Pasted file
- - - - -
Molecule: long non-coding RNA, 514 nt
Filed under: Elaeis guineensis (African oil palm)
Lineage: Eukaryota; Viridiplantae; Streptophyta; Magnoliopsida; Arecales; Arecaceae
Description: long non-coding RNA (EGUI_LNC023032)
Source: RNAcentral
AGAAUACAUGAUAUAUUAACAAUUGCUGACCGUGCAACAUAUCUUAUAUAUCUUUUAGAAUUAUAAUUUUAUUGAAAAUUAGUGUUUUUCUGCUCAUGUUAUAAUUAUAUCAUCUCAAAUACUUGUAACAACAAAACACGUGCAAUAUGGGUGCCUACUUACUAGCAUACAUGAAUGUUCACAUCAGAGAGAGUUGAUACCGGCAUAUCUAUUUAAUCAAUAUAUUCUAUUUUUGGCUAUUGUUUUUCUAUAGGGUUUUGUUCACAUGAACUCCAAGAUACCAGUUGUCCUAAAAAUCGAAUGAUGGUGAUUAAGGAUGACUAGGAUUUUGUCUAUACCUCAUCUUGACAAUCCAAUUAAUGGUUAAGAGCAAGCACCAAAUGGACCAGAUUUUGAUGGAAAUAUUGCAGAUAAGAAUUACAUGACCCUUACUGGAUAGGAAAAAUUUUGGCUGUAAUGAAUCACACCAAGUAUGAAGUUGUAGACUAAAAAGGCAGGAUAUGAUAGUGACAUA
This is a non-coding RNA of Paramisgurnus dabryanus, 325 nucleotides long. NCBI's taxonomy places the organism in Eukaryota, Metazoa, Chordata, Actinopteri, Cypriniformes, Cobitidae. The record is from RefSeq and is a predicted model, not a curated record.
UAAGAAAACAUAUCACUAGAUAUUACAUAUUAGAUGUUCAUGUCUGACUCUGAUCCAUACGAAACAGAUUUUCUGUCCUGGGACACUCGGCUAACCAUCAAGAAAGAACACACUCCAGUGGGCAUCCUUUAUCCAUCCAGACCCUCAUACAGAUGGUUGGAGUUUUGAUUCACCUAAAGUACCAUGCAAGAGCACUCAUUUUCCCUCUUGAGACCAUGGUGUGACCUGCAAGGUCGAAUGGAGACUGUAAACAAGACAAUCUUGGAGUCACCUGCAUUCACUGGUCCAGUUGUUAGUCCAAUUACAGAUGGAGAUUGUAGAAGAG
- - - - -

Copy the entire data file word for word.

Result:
Molecule: long non-coding RNA, 514 nt
Filed under: Elaeis guineensis (African oil palm)
Lineage: Eukaryota; Viridiplantae; Streptophyta; Magnoliopsida; Arecales; Arecaceae
Description: long non-coding RNA (EGUI_LNC023032)
Source: RNAcentral
AGAAUACAUGAUAUAUUAACAAUUGCUGACCGUGCAACAUAUCUUAUAUAUCUUUUAGAAUUAUAAUUUUAUUGAAAAUUAGUGUUUUUCUGCUCAUGUUAUAAUUAUAUCAUCUCAAAUACUUGUAACAACAAAACACGUGCAAUAUGGGUGCCUACUUACUAGCAUACAUGAAUGUUCACAUCAGAGAGAGUUGAUACCGGCAUAUCUAUUUAAUCAAUAUAUUCUAUUUUUGGCUAUUGUUUUUCUAUAGGGUUUUGUUCACAUGAACUCCAAGAUACCAGUUGUCCUAAAAAUCGAAUGAUGGUGAUUAAGGAUGACUAGGAUUUUGUCUAUACCUCAUCUUGACAAUCCAAUUAAUGGUUAAGAGCAAGCACCAAAUGGACCAGAUUUUGAUGGAAAUAUUGCAGAUAAGAAUUACAUGACCCUUACUGGAUAGGAAAAAUUUUGGCUGUAAUGAAUCACACCAAGUAUGAAGUUGUAGACUAAAAAGGCAGGAUAUGAUAGUGACAUA
This is a non-coding RNA of Paramisgurnus dabryanus, 325 nucleotides long. NCBI's taxonomy places the organism in Eukaryota, Metazoa, Chordata, Actinopteri, Cypriniformes, Cobitidae. The record is from RefSeq and is a predicted model, not a curated record.
UAAGAAAACAUAUCACUAGAUAUUACAUAUUAGAUGUUCAUGUCUGACUCUGAUCCAUACGAAACAGAUUUUCUGUCCUGGGACACUCGGCUAACCAUCAAGAAAGAACACACUCCAGUGGGCAUCCUUUAUCCAUCCAGACCCUCAUACAGAUGGUUGGAGUUUUGAUUCACCUAAAGUACCAUGCAAGAGCACUCAUUUUCCCUCUUGAGACCAUGGUGUGACCUGCAAGGUCGAAUGGAGACUGUAAACAAGACAAUCUUGGAGUCACCUGCAUUCACUGGUCCAGUUGUUAGUCCAAUUACAGAUGGAGAUUGUAGAAGAG